'The Difficulty of Crossing a Field': Opera Review
Famed cynic Ambrose Bierce's slavery-era mystery, turned into an opera, is performed in Long Beach.
Famed cynic Ambrose Bierce (An Occurrence at Owl Creek Bridge, The Devil’s Dictionary) published his superficially forthright yet substantively dodgy short story The Difficulty of Crossing a Field, in 1888, ostensibly as a pretend journalistic account in Hearst’s San Francisco Examiner. Set in 1854, on a slave plantation near Selma, Ala., it recounts how a planter named Williamson (Mark Bringelson) suddenly seemingly disappears without a trace in front of witnesses, most of whom, being colored (or in the case of his distraught wife, played by Suzan Hanson, now dismissed as deranged), are deemed incompetent to testify.
Out of these bluntly wrought 750 words, Pulitzer Prize-winning composer David Lang (The Little Match Girl Passion) and three-time Obie-winning playwright Mac Wellman (who earlier had penned an effective play, Bitter Bierce: Or the Friction We Call Grief) have embroidered a powerful chamber piece for a string quartet (The Lyris Quartet, rapidly becoming an indispensible local asset) and 13 voices. Despite being created for the renowned Kronos Quartet in 2002 and originally featuring Julia Migenes and Anika Noni Rose, this haunting and copiously evocative unsolvable puzzle certainly ranks among the major operatic works created thus far this century, yet remains unrecorded.
Long Beach Opera artistic director Andreas Mitisek directed and designed this transcendently visionary production first in 2011, ingeniously placing the audience on the Terrace Theater stage while putting the singers and string quartet in the massive auditorium itself, a shrewd reversal of perspective that lends itself most supply to a host of sonic and spatial inspirations. Returning again this season, it certainly ranks among the most important operatic events of the season. Mitisek teases out the paradoxical strands of Wellman’s determinedly indecipherable thesis and physically projects its complexities through light, costume, movement and, above all, dexterously deployed music and song.
Although the opera consciously draws on suspect, Rashomon-like conflicting versions of events, it is ultimately less concerned with its most stressed theme, the unknowability of truth, than with the rather more disturbing subtext of the inscrutability of corporeal existence. Lang, who here writes in a relatively orthodox contemporary style that remains dogged by the annoying sobriquet of “minimalism,” both sets the words and provides ostinato counterpoint to Wellman’s elusively allusive text. The great strength of the piece is the perpetual balance of weight between music and libretto. Though unquestionably an opera, it is also no less a drama with music. The counterpoint and tension between the slippery verbalized meanings and the insistent driving figures creates a particular beauty that endows an intractably despairing conception with the redemptive power of art.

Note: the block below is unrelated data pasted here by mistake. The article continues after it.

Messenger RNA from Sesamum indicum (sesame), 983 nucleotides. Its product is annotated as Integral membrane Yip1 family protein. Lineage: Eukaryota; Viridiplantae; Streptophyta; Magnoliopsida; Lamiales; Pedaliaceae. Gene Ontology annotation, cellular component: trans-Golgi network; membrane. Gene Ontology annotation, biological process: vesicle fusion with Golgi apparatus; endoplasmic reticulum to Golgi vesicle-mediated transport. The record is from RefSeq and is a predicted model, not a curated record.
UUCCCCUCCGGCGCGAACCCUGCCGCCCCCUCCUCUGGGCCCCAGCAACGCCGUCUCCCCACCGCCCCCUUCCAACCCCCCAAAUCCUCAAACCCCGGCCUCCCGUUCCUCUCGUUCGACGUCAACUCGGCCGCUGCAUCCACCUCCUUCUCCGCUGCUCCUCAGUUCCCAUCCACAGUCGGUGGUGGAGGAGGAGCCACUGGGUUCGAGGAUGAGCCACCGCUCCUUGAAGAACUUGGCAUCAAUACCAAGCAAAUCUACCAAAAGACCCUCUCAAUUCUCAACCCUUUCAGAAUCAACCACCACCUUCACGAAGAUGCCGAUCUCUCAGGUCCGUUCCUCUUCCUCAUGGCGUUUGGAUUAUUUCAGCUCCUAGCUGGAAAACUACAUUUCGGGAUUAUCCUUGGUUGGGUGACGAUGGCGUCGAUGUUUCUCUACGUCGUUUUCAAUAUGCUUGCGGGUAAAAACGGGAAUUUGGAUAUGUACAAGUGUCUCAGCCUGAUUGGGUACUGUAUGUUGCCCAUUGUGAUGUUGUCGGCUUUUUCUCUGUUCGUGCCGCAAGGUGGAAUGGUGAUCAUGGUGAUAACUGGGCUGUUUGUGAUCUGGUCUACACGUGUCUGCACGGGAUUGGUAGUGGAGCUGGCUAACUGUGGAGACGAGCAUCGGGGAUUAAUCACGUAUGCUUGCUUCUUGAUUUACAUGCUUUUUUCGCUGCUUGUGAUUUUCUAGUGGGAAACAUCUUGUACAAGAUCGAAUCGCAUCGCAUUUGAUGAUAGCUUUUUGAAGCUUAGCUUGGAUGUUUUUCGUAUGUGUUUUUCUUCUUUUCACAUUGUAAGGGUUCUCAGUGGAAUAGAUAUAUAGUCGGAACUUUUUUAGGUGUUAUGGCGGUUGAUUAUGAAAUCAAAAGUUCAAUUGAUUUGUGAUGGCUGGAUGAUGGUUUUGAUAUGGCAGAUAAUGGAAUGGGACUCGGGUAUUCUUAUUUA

Mitisek’s staging adds immeasurably to the dimension of the experience by complementing the implacable ambiguities with startlingly original manipulations of space and sound. The acoustics from the balcony and orchestra sections to the stage are extraordinarily precise and clear, and amplification, usually anathema to opera, has been selectively employed to achieve such subtle effects that it makes the mic use customary for big musicals seem irretrievably vulgar. Similarly, Mitisek uses the vast area at his disposal not merely for fashioning attractively abstract groupings, but also to spatially sculp and therefore vary our apprehension of the voices, so that the experience is one of aural third-dimensionality, our hearing orchestrated as vigorously as the theatrical action. The disturbing climactic effect of ourselves witnessing Williamson dematerializing into the darkness may be one of the scariest experiences in any operatic show.
Familiar LBO singers largely are reprising their roles, and the impression is that everyone has dug deeper into expressive suggestiveness. Stalwart Hanson, a stunning image in black, enveloped in a dress that extends many yards down from her high perch to indicate that she has taken refuge on the roof of the house, makes a poignant figure of distraught incomprehension. Bringelson, that rare operatic talent equally endowed with acting ability, effortlessly embodies a self-satisfied patriarchal figure doomed to a spectral destiny. As his daughter, Valerie Vinzant, new to LBO but groomed by LA Opera, displays lovely timbre and enigmatic presence with economic gestures.
Bierce detested slavery (and, for that matter, humanity) and had been seriously wounded serving during the Civil War. The dynamics of that “peculiar institution” underpin every moment of the narrative, informing its otherwise otherworldly preoccupations with a palpable sense of urgent injustice. And, of course, everyone cannot help be mindful that 50 years after its abolition, with World War I already commenced, Bierce himself, so preoccupied with inexplicable disappearances, would vanish into never-solved legend in the Yucatan during the Mexican Revolution, immortally remembered perhaps as much for that unaccountable leap into the void than his innovative literary achievements.
Venue: Long Beach Opera at Terrace Theater, Long Beach Convention Center (through June 29)
Cast: Suzan Hanson, Mark Bringelson, Eric B. Anthony, Valerie Vinzant, Robin T. Buck, Karole Foreman, Lindsay Patterson, Michael Paul Smith, Saundra Hall Hill, Jennifer Lindsay, Matthew Lofton, Marcus Paige, Alex Perkins
Composer: David Lang
Libretto: Mac Wellman, based on the story by Ambrose Bierce
Stage Director & Production Designer: Andreas Mitisek
Conductor & Chorus Master: Kristof Van Grysperre
Light Designer: Dan Weingarten
Score performed by Lyris Quartet (Alyssa Park, Shalini Vijayan, Caroline Buckman, Timothy Loo)